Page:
Today is “Reveal Day” for the Internet Corporation for Assigned Names and Numbers (ICANN), the nonprofit organization that manages this piece of the Internet’s infrastructure.
Forget about the 22 Top Level Domains (TLDs) we’re familiar with today (.com, .net, .org, etc.). All that is about to change.
Last June, ICANN formally approved the expansion of the TLD system and started planning the application process for new generic top-level domains (gTLDs).
ICANN now says it received 1,930 proposals for new domain names.
In a London press conference, ICANN’s SVP Kurt Pritz noted that over 500 companies and organizations have paid tens of thousands of dollars to apply for the TLDs.
What were some of them?
There were 11 different applications for “.inc” and “.home” and Amazon wants “.news” and “.app”, among others.
The American Automobile Association applied for “.aaa” while the American Association of Retired Persons applied for “.aarp”.
A company called Hidden Way, LLC applied for my personal favorite…”.wtf”.
This new expansion of the gTLD system is by far ICANN’s biggest move to date.
“This is a historic day for the Internet and the more than 2 billion people who use it,” ICANN CEO Rod Beckstrom said during the London webcast.
“The Internet will be changed forever. We’re standing at the cusp of a new era in online innovation,” he added.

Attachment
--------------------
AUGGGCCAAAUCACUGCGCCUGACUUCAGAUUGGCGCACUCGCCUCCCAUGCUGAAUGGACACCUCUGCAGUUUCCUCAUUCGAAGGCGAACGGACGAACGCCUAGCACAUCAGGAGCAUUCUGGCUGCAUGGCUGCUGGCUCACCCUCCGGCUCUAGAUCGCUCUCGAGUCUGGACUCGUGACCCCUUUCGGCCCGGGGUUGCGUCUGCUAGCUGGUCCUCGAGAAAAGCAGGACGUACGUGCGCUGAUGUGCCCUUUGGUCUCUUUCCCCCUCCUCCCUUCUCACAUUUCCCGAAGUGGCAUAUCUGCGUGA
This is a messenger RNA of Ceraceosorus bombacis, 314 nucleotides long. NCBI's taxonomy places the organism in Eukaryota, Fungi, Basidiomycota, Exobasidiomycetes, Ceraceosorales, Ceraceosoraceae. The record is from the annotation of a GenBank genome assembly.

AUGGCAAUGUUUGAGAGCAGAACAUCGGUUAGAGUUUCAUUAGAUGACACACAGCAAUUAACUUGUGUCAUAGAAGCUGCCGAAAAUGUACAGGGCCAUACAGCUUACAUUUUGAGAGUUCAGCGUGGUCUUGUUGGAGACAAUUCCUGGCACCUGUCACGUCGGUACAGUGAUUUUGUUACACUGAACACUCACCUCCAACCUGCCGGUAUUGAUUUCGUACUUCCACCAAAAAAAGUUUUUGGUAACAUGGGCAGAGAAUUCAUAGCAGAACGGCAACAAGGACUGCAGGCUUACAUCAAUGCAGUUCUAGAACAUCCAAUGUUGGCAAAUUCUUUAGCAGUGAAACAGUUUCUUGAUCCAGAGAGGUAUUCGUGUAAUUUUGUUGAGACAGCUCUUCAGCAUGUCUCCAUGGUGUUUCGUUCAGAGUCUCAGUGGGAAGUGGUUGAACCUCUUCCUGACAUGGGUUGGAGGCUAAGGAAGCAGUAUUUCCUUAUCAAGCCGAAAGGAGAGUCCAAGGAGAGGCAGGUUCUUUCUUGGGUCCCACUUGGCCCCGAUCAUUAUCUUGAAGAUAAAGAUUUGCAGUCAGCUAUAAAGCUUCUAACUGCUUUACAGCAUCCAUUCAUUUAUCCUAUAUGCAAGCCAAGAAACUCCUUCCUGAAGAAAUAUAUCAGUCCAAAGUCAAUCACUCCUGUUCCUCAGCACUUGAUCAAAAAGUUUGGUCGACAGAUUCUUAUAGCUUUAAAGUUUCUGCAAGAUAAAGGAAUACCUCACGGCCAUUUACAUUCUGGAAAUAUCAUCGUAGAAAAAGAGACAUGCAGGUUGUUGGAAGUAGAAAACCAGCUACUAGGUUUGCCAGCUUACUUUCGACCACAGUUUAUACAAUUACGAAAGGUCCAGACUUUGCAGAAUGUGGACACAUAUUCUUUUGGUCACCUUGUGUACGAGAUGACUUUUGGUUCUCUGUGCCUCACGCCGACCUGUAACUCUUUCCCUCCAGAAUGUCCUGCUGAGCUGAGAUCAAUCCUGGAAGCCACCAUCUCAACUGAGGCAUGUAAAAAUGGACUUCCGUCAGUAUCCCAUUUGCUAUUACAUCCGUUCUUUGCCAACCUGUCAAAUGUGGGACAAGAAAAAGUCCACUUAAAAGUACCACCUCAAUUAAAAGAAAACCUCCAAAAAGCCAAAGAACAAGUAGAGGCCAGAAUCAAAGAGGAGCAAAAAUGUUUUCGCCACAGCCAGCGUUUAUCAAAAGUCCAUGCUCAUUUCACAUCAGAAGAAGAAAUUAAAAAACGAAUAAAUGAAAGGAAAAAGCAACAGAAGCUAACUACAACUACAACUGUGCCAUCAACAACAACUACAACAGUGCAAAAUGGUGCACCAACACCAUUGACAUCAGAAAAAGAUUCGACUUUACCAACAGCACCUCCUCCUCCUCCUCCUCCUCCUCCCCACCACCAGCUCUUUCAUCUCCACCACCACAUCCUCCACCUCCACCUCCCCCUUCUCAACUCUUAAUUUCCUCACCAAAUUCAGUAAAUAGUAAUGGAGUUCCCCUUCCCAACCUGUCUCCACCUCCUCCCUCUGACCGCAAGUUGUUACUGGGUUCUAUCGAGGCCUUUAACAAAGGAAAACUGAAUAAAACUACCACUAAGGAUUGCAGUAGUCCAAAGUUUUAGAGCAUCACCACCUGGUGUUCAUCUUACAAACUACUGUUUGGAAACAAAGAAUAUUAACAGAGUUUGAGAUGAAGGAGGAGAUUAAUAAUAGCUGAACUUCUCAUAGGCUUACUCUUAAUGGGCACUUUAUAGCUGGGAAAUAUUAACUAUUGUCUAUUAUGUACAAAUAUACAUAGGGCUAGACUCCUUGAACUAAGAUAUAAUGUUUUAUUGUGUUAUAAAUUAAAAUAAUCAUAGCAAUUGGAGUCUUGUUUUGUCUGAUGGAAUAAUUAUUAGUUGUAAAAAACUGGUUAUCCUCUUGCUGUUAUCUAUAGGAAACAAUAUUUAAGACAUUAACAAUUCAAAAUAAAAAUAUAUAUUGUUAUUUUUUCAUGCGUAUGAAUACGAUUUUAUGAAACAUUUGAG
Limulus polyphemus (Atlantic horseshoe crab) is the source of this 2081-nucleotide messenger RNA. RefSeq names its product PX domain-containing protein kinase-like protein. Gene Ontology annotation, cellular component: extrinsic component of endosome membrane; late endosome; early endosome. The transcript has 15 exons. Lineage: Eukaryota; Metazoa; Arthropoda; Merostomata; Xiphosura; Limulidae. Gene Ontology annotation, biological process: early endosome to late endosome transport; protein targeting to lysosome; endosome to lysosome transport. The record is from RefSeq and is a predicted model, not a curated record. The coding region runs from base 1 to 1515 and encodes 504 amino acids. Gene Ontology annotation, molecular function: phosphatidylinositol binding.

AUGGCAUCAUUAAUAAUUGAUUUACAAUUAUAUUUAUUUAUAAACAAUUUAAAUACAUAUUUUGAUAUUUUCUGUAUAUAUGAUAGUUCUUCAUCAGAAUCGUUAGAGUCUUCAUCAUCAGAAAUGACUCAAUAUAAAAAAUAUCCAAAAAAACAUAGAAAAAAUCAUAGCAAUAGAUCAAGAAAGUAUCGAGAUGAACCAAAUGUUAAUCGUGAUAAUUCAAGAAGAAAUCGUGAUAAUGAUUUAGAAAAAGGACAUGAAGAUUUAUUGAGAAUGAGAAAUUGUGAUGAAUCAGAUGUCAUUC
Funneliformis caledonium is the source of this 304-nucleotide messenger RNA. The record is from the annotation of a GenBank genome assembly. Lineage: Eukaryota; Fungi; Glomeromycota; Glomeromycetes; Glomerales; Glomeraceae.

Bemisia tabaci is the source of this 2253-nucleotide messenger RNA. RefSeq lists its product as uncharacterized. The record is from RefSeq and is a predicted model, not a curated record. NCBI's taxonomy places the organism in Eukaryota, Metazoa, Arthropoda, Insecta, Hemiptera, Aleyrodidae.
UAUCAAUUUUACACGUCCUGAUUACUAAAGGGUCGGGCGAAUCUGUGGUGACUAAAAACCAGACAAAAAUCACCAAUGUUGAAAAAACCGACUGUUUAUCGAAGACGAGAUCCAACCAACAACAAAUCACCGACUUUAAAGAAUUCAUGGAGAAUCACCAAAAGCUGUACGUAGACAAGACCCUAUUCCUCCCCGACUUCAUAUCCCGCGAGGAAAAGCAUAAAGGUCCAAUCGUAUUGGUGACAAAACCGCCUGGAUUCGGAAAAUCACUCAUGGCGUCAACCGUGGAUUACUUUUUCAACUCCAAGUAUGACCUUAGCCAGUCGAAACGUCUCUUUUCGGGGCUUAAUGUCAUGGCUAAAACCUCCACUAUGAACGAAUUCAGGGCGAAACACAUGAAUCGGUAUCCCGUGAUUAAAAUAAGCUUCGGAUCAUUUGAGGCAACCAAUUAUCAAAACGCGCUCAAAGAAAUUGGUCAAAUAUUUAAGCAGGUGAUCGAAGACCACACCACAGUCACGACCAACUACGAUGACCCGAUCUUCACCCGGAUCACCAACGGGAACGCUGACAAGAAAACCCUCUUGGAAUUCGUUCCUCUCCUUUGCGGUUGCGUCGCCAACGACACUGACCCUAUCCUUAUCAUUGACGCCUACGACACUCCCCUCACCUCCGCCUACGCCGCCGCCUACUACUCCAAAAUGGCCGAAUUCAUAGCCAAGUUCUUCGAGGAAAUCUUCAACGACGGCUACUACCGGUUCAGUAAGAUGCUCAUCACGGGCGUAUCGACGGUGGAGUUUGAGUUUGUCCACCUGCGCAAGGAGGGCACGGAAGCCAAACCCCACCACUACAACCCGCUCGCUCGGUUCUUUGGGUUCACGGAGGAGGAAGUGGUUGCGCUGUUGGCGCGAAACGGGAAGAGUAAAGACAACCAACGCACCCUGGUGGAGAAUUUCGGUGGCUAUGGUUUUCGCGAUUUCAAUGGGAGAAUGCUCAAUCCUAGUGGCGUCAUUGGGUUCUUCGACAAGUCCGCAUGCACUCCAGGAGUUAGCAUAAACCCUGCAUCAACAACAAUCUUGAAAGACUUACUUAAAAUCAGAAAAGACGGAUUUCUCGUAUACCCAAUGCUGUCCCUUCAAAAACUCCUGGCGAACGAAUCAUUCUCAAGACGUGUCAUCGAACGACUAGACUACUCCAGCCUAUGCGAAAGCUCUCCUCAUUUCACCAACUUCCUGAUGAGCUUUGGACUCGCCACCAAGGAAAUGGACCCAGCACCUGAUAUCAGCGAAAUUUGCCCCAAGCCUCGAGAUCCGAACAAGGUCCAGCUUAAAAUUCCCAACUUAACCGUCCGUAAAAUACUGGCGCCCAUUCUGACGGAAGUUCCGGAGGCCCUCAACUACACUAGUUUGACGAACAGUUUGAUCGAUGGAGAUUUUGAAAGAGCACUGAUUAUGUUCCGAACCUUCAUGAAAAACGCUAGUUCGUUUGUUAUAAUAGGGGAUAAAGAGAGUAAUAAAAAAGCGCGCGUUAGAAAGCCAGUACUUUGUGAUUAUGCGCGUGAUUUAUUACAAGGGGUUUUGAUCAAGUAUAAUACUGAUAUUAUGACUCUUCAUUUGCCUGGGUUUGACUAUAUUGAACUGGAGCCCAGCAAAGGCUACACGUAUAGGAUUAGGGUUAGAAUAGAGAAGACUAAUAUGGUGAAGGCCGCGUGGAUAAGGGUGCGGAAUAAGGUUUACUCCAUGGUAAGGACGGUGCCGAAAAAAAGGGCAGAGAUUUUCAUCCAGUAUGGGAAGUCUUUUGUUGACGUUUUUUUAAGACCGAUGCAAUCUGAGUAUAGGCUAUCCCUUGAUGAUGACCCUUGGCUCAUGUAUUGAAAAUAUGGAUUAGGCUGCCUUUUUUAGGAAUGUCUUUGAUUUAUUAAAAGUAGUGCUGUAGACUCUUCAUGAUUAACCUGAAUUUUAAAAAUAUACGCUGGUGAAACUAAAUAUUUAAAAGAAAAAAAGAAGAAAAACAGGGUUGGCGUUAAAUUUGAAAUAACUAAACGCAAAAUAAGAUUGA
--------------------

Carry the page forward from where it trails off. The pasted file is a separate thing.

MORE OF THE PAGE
Simply submitting an application cost $185,000 per domain. That means ICANN raked in more than $350 million from applications alone.
Beckstrom defended the application fee during today’s announcement.
“We don’t make that money; we have collected it,” he said. “That’s the estimated cost of processing and of setting aside money for a risk contingency fund.”
He added, “If there is savings, the money would not go into ICANN core operations. The community would decide what to do. It’s been priced at a breakeven.”
He also noted that a “support fund” was available for applicants who couldn’t swing the $185,000 fee.
So when will any of these new TLDs go live?
Sorting out all the logistics is going to take months, at a minimum. ICANN has to figure out which companies can lay claim to the TLD for which they applied. There will be disputes to resolve (Google and Amazon both want .cloud), more fees to process, etc.
ICANN currently expects the first new domains to actually go live in “early” 2013. Various applicants say April or May seems like the earliest possible date.
“As a battle-hardened TLD applicant, I tell people: expect it to take three times as much money and three times as long as you think,” says Stuart Lawley, the CEO of ICM Registry – which launched .xxx in December.
“Every month that .xxx was delayed, it was costing us about another $150,000 in salary and rent,” he said. “It got into the millions. You can imagine [new gTLD applicants] pulling their hair out over these delays. It’s a lot of money without any revenue.”
You can view the full list of applied-for TLDs below and also on the ICANN website here.
ICANN Reveal Day TLD Appliations